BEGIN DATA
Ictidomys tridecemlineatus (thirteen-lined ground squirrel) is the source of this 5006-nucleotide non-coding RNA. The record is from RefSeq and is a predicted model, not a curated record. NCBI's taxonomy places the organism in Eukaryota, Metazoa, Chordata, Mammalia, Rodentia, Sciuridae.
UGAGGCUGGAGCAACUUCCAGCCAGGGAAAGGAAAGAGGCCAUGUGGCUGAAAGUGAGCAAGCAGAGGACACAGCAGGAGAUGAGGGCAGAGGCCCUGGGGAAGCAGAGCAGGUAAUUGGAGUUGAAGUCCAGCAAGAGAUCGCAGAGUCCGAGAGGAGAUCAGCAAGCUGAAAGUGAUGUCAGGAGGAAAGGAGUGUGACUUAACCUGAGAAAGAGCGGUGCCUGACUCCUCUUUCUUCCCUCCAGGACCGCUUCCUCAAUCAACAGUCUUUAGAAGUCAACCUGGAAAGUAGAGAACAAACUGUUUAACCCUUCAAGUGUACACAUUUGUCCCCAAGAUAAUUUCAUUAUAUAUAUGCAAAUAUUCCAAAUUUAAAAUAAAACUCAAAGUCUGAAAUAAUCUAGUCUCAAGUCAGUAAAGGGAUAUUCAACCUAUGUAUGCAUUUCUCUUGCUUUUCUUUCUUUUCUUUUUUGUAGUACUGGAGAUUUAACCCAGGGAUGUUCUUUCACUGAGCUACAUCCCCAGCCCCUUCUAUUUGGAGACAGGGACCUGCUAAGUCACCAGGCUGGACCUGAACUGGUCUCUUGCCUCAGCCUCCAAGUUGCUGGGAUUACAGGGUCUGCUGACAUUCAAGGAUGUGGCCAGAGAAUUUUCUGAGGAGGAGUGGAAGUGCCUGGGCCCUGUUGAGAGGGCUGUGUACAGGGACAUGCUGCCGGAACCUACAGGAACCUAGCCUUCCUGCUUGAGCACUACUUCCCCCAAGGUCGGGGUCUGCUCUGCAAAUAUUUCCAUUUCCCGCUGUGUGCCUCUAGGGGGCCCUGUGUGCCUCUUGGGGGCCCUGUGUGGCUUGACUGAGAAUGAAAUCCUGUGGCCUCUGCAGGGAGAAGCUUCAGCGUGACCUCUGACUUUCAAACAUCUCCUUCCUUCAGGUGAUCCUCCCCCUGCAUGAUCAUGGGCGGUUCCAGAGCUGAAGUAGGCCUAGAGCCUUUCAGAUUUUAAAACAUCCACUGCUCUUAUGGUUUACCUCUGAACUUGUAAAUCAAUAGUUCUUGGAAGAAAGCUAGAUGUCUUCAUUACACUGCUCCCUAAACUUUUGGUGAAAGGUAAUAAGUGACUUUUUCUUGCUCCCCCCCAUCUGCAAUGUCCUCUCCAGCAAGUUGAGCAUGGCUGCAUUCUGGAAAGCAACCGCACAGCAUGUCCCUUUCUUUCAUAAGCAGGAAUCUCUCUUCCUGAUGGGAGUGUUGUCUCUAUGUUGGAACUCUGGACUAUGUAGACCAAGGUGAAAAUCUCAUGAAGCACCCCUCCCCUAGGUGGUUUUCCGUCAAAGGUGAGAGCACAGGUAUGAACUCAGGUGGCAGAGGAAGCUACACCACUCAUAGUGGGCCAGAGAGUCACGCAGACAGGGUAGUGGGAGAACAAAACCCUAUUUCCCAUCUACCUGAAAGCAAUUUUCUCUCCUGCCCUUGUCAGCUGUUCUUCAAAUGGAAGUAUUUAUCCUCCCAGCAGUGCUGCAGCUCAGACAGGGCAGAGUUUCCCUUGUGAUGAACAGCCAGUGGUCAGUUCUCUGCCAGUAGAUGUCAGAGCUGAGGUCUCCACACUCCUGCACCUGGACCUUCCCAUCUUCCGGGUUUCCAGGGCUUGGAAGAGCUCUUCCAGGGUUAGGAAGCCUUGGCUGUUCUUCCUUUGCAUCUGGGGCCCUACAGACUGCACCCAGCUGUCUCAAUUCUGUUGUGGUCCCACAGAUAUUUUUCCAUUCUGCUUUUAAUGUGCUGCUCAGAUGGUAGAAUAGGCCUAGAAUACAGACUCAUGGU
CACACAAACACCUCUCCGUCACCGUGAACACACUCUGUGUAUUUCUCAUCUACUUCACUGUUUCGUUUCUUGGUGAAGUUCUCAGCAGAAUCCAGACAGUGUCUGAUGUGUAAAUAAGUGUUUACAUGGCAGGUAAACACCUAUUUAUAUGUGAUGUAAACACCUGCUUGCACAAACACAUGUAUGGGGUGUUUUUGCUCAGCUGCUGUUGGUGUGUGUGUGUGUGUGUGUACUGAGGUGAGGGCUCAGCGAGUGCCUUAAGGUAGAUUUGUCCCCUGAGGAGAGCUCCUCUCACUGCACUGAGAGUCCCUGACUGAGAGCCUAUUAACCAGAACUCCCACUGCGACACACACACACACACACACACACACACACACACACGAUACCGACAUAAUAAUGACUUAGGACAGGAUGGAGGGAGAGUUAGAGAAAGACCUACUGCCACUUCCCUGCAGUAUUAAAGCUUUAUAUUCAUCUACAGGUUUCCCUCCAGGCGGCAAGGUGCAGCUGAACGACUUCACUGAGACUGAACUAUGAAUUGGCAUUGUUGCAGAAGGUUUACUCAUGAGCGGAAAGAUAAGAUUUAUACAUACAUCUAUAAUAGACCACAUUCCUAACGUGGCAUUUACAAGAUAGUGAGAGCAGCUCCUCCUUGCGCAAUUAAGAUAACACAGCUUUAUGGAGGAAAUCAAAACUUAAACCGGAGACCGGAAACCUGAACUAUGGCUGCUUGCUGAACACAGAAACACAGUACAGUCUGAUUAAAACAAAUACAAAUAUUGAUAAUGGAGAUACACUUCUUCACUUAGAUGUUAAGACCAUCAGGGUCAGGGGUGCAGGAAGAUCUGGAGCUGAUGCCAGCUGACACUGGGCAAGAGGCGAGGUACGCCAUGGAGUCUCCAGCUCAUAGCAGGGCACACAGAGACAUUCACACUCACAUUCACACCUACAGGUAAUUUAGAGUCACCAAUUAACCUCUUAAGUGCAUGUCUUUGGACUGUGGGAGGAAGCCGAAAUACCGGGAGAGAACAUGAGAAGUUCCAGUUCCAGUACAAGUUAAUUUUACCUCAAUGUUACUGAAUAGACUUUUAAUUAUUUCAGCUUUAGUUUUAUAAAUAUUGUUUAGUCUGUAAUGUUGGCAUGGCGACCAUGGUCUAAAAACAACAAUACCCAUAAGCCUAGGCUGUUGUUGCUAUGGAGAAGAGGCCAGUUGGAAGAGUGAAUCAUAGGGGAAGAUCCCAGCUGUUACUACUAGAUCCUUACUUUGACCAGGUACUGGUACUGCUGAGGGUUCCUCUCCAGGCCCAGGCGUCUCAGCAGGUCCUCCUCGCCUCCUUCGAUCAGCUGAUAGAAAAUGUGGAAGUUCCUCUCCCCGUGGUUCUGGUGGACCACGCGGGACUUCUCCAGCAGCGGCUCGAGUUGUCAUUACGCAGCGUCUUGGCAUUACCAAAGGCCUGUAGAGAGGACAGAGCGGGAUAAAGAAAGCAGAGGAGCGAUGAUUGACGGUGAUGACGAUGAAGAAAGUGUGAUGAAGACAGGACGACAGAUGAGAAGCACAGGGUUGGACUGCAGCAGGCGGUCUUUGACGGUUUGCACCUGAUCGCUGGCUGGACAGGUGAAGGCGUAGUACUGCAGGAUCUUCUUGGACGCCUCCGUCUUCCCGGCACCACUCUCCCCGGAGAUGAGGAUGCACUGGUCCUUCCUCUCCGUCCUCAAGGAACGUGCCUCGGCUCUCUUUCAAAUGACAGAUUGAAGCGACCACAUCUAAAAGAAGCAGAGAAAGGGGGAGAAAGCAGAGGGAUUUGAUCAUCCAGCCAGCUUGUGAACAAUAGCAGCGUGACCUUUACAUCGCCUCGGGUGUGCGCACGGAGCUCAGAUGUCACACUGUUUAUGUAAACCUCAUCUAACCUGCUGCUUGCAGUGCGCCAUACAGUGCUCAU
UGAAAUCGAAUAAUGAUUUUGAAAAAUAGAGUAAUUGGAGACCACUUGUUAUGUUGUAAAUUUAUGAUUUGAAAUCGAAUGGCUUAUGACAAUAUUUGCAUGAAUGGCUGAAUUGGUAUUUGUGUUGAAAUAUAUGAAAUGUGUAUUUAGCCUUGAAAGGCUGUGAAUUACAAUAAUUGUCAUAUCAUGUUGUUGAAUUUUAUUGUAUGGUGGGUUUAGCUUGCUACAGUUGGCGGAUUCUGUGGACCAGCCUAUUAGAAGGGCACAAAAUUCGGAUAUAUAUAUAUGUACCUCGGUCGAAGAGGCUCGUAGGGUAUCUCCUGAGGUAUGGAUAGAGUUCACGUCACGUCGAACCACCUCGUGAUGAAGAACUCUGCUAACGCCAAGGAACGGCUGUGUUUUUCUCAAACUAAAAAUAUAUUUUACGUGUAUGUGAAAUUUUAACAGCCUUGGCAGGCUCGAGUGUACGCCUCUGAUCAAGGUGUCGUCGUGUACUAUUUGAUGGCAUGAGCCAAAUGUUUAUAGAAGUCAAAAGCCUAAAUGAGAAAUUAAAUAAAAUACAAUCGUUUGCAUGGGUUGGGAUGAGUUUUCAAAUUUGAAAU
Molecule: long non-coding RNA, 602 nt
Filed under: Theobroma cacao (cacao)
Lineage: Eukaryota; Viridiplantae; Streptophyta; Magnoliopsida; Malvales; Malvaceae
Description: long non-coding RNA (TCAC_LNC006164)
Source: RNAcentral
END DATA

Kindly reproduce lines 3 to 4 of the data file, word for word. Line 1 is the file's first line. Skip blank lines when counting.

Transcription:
CACACAAACACCUCUCCGUCACCGUGAACACACUCUGUGUAUUUCUCAUCUACUUCACUGUUUCGUUUCUUGGUGAAGUUCUCAGCAGAAUCCAGACAGUGUCUGAUGUGUAAAUAAGUGUUUACAUGGCAGGUAAACACCUAUUUAUAUGUGAUGUAAACACCUGCUUGCACAAACACAUGUAUGGGGUGUUUUUGCUCAGCUGCUGUUGGUGUGUGUGUGUGUGUGUGUACUGAGGUGAGGGCUCAGCGAGUGCCUUAAGGUAGAUUUGUCCCCUGAGGAGAGCUCCUCUCACUGCACUGAGAGUCCCUGACUGAGAGCCUAUUAACCAGAACUCCCACUGCGACACACACACACACACACACACACACACACACACACGAUACCGACAUAAUAAUGACUUAGGACAGGAUGGAGGGAGAGUUAGAGAAAGACCUACUGCCACUUCCCUGCAGUAUUAAAGCUUUAUAUUCAUCUACAGGUUUCCCUCCAGGCGGCAAGGUGCAGCUGAACGACUUCACUGAGACUGAACUAUGAAUUGGCAUUGUUGCAGAAGGUUUACUCAUGAGCGGAAAGAUAAGAUUUAUACAUACAUCUAUAAUAGACCACAUUCCUAACGUGGCAUUUACAAGAUAGUGAGAGCAGCUCCUCCUUGCGCAAUUAAGAUAACACAGCUUUAUGGAGGAAAUCAAAACUUAAACCGGAGACCGGAAACCUGAACUAUGGCUGCUUGCUGAACACAGAAACACAGUACAGUCUGAUUAAAACAAAUACAAAUAUUGAUAAUGGAGAUACACUUCUUCACUUAGAUGUUAAGACCAUCAGGGUCAGGGGUGCAGGAAGAUCUGGAGCUGAUGCCAGCUGACACUGGGCAAGAGGCGAGGUACGCCAUGGAGUCUCCAGCUCAUAGCAGGGCACACAGAGACAUUCACACUCACAUUCACACCUACAGGUAAUUUAGAGUCACCAAUUAACCUCUUAAGUGCAUGUCUUUGGACUGUGGGAGGAAGCCGAAAUACCGGGAGAGAACAUGAGAAGUUCCAGUUCCAGUACAAGUUAAUUUUACCUCAAUGUUACUGAAUAGACUUUUAAUUAUUUCAGCUUUAGUUUUAUAAAUAUUGUUUAGUCUGUAAUGUUGGCAUGGCGACCAUGGUCUAAAAACAACAAUACCCAUAAGCCUAGGCUGUUGUUGCUAUGGAGAAGAGGCCAGUUGGAAGAGUGAAUCAUAGGGGAAGAUCCCAGCUGUUACUACUAGAUCCUUACUUUGACCAGGUACUGGUACUGCUGAGGGUUCCUCUCCAGGCCCAGGCGUCUCAGCAGGUCCUCCUCGCCUCCUUCGAUCAGCUGAUAGAAAAUGUGGAAGUUCCUCUCCCCGUGGUUCUGGUGGACCACGCGGGACUUCUCCAGCAGCGGCUCGAGUUGUCAUUACGCAGCGUCUUGGCAUUACCAAAGGCCUGUAGAGAGGACAGAGCGGGAUAAAGAAAGCAGAGGAGCGAUGAUUGACGGUGAUGACGAUGAAGAAAGUGUGAUGAAGACAGGACGACAGAUGAGAAGCACAGGGUUGGACUGCAGCAGGCGGUCUUUGACGGUUUGCACCUGAUCGCUGGCUGGACAGGUGAAGGCGUAGUACUGCAGGAUCUUCUUGGACGCCUCCGUCUUCCCGGCACCACUCUCCCCGGAGAUGAGGAUGCACUGGUCCUUCCUCUCCGUCCUCAAGGAACGUGCCUCGGCUCUCUUUCAAAUGACAGAUUGAAGCGACCACAUCUAAAAGAAGCAGAGAAAGGGGGAGAAAGCAGAGGGAUUUGAUCAUCCAGCCAGCUUGUGAACAAUAGCAGCGUGACCUUUACAUCGCCUCGGGUGUGCGCACGGAGCUCAGAUGUCACACUGUUUAUGUAAACCUCAUCUAACCUGCUGCUUGCAGUGCGCCAUACAGUGCUCAU
UGAAAUCGAAUAAUGAUUUUGAAAAAUAGAGUAAUUGGAGACCACUUGUUAUGUUGUAAAUUUAUGAUUUGAAAUCGAAUGGCUUAUGACAAUAUUUGCAUGAAUGGCUGAAUUGGUAUUUGUGUUGAAAUAUAUGAAAUGUGUAUUUAGCCUUGAAAGGCUGUGAAUUACAAUAAUUGUCAUAUCAUGUUGUUGAAUUUUAUUGUAUGGUGGGUUUAGCUUGCUACAGUUGGCGGAUUCUGUGGACCAGCCUAUUAGAAGGGCACAAAAUUCGGAUAUAUAUAUAUGUACCUCGGUCGAAGAGGCUCGUAGGGUAUCUCCUGAGGUAUGGAUAGAGUUCACGUCACGUCGAACCACCUCGUGAUGAAGAACUCUGCUAACGCCAAGGAACGGCUGUGUUUUUCUCAAACUAAAAAUAUAUUUUACGUGUAUGUGAAAUUUUAACAGCCUUGGCAGGCUCGAGUGUACGCCUCUGAUCAAGGUGUCGUCGUGUACUAUUUGAUGGCAUGAGCCAAAUGUUUAUAGAAGUCAAAAGCCUAAAUGAGAAAUUAAAUAAAAUACAAUCGUUUGCAUGGGUUGGGAUGAGUUUUCAAAUUUGAAAU